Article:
A unique mammal found in these forests is the montane version of the endemic Purple Faced Leaf Monkey, also known as the bear monkey due to the shaggy coat. Elephants used to be found in these forests but are now virtually extinct except for a small population in the Peak Wilderness Sancturary. Sambar the island’s largest species of deer can be found grazing in the open plans and large herds can be seen in the Horton Plains National Park. The country’s top predator, the leopard which is a master of stealth has managed to remain elusive and stay hidden from man and still survives in the central highlands in forest patches and around the vicinity of tea estates. Some of the unique reptile species found are the Rhino Horned Lizard’s and the Pigmy Lizards, both of whom are endemic. Along with these there are many species of endemic frogs, and new species being discovered every day.

Endemic Birds of Sri Lanka

Sri Lanka is home to 34 endemic avian species including seven proposed endemic species found nowhere else in the world. “Bird Life International” recognizes Sri Lanka as one of the most Endemic Bird Areas (EBAs) in the world. Many of the endemic species are found in the lowland rainforests and montane cloud forests which are isolated habitats that are surrounded completely by the dry lowlands.

The largest tract of natural rain forest in Sri Lanka, the Sinharaja Forest Reserve is one of the highest birding locations where 28 of Sri Lanka’s 34 endemic species have been recorded including the recently discovered ‘Serendib Scopes Owl’ and other rarities such as the ‘Sri Lanka Spur fowl, Chestnut-backed Owlet, and White-faced Starling’. The Sinharaja mix species Bird wave is believed to be the longest studied and the largest in the world.

The Victoria Park and Hakgala Botanical Gardens in the Central Highlands provide good opportunities for viewing highland endemics including the ‘Sri Lanka White-eye, Dull-blue Flycatcher and Yellow-eared Bulbul’. The lowland Kitulgala rainforests are famous for endemic birds just as the Hortain Plains where endemic ‘Arrenga’ or ‘Sri Lanka Whistling Thrush’ and the ‘Sri Lanka Bush Warbler’ can be observed.

In the dry-zone jungles, the most commonly encountered endemic is the brightly coloured ‘Sri Lanka Jungle fowl’, the country’s national bird. ‘The Sri Lanka Wood shrike, Sri Lanka Swallow and the Sri Lanka Flame back’ are some of the other commonly seen endemics in the dry-zone.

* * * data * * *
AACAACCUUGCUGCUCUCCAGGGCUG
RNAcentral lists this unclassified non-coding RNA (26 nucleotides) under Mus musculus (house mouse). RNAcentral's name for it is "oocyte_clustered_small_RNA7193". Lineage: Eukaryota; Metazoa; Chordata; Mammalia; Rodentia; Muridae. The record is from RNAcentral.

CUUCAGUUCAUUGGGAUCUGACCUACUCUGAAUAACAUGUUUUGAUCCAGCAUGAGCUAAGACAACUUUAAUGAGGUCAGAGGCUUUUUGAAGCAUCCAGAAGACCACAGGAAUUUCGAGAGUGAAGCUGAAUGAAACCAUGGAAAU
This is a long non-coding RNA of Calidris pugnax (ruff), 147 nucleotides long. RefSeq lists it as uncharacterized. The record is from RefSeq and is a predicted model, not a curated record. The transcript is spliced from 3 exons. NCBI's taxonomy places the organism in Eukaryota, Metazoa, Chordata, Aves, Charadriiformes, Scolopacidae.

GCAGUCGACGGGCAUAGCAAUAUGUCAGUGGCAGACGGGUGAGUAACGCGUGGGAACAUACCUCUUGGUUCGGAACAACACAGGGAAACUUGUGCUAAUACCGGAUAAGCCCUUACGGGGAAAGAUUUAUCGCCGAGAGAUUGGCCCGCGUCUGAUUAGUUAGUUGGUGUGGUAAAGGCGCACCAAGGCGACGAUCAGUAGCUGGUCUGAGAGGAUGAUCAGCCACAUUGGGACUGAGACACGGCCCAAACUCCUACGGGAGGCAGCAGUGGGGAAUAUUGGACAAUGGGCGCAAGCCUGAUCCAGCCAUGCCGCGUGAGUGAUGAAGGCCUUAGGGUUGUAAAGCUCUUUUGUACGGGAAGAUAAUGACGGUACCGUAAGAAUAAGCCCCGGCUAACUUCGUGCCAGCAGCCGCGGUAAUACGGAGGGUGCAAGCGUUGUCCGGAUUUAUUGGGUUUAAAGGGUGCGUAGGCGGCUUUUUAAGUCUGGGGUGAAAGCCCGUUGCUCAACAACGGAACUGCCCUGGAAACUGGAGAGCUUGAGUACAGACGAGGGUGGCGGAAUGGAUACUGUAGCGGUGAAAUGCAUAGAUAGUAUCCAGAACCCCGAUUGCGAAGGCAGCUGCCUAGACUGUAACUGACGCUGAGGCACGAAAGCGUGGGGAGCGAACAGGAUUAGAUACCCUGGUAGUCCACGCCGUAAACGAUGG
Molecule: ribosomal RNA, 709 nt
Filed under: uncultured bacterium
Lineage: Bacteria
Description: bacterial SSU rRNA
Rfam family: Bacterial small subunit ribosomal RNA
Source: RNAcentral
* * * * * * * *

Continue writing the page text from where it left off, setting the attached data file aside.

Keep an eye out for these endemic species while on your Birding Safari

  1. Sri Lanka Spurfowl
  2. Sri Lanka Junglefowl
  3. Sri Lanka Wood Pigeon
  4. Sri Lanka Green Pigeon
  5. Sri Lanka Hanging Parrot
  6. Layard’s Parakeet
  7. Red-faced Malkoha
  8. Green-billed Coucal
  9. Serendib Scops Owl
  10. Chestnut-backed Owlet
  11. Sri Lanka Grey Hornbill
  12. Yellow-fronted Barbet
  13. Crimson-fronted Barbet
  14. Sri Lanka Blue Magpie
  15. Black-capped Bulbul
  16. Yellow-eared Bulbul
  17. Sri Lanka Bush Warbler
  18. Brown-capped Babbler
  19. Sri Lanka Scimitar Babbler
  20. Orange-billed Babbler
  21. Ashy-headed Laughingthrush
  22. Sri Lanka White-eye
  23. Sri Lanka Myna
  24. White-faced Starling
  25. Sri Lanka Whistling Thrush
  26. Spot-winged Thrush
  27. Sri Lanka Scaly Thrush
  28. Dull-blue Flycatcher
  29. Sri Lanka Drongo
  30. Legge’s Flowerpecker
  31. Crimson-backed Flameback
  32. Sri Lanka Flameback*
  33. Common Woodshrike*
  34. Sri Lanka Swallow*

Marine Mammals of Sri Lanka

The wonder of Sri Lanka’s natural heritage begins with its rich oceans and these waters are a haven for marine mammals. These animals can be divided into Whales, Dolphins, Porpoises and Dugongs. Marine mammals breathe air, reproduce live young mammals who feed on their mother’s milk.

There are 28 species of marine mammals in Sri Lanka, including six species of great whales. The whales known as “Thalmaha” in Sinhalese are the leviathans of the deep and are among the largest animals on earth. Whales breathe air and hence come up to the surface to breathe, which provides a small window to observe these animals. The “waterfall” effect of a lifted tail fluke is the highlight at a whale sighting.

The largest of whales is the Blue Whale which is recorded to grow to lengths exceeding 90 feet. The “Blues” off Sri Lankan waters are slightly smaller with lengths up to 70-75 feet, and is speculated to be unique subspecies. As residents of Sri Lankan waters, these creatures are to be seen in Mirissa and Waligama during November to April.

Known as the “Elephants of the Sea”, Sperm Whales as a herd, float around the coasts of Sri Lanka during March - April. These creatures have the sharpest teeth and are said to be the best divers in the ocean reaching down 300-800m into the deep waters.

The Sri Lankan seas are also home to many species of dolphins and porpoises. The most numerous and interesting are the Spinner Dolphins which are found in super pods numbering a few thousand individuals. Found quite commonly across the waters of Sri Lanka, they are witnessed often in Kalpitiya.